The Economist is leading the way in profitable digital circulation

13 Aug

Channels: Business Finance

The Economist's digital circulation grew by 22% worldwide over the last 6 months and 69% over the last year.


As the Audited Bureau of Circulation released its January – June 2015 numbers, The Economist shows that its digital circulation grew by 22% worldwide over the last 6 months and 69% over the last year. Total digital circulation now stands at a record 282,829 copies.  Digital circulation in the UK increased the most over the last year at 226%.  Strong digital growth was also found in Asia at 76%, followed by strong growth in Middle East / Africa, Europe, North America and Latin America.  In the last 6 months, the UK has led digital growth at 42% followed closely by Middle East / Africa at 37%. 

In addition to rising digital circulation, The Economist has succeeded in reducing the cost of acquisition through digital channels by 50% and gross profit from circulation increasing by 13%.  At the same time retention rates are improving with the most recent figures showing an increase of 5% year-on-year.  Much of this success has been as a result of The Economist’s marketing, which has been recognised recently with multiple awards across the industry.

Michael Brunt, Chief Marketing Officer and Managing Director of circulation at The Economist, said:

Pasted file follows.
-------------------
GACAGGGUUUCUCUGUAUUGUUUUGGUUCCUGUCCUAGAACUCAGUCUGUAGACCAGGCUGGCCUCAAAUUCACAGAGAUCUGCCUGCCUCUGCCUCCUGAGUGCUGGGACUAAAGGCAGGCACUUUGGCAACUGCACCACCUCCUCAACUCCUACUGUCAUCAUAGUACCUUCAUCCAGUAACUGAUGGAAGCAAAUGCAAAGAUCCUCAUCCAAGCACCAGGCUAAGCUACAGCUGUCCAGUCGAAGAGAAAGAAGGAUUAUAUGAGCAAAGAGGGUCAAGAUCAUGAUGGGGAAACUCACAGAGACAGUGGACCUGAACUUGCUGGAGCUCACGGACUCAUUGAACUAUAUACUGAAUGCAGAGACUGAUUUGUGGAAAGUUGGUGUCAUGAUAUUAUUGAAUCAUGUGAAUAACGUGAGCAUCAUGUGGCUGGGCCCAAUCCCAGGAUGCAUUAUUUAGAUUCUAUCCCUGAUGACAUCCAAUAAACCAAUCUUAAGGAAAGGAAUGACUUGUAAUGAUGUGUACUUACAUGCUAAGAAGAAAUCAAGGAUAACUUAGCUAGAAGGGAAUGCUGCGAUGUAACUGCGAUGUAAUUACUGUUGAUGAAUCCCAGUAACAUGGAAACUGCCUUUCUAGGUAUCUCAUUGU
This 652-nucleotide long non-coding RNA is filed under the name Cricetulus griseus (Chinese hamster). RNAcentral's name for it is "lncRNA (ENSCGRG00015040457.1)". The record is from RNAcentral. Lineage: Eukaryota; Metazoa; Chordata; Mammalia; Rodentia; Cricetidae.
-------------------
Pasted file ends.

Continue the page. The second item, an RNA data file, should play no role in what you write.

Our latest circulation numbers are in line with what we have seen over the last few years – a steady migration to digital. Whilst the majority of our new customers still choose a subscription that provides both print and digital formats, the number choosing digital-only circulation has grown tremendously. This is making our circulation increasingly profitable, as our revenues are increasing and at the same time, our costs are decreasing. We've enjoyed the benefits of this trend for some time and it’s a great position to be in.

The ABC UK release comes on the heels of this week’s announcement that The Economist will buy back its shares from Pearson plc, reinforcing its continued editorial independence.

For more information or to arrange an interview, please contact Holly Donahue 

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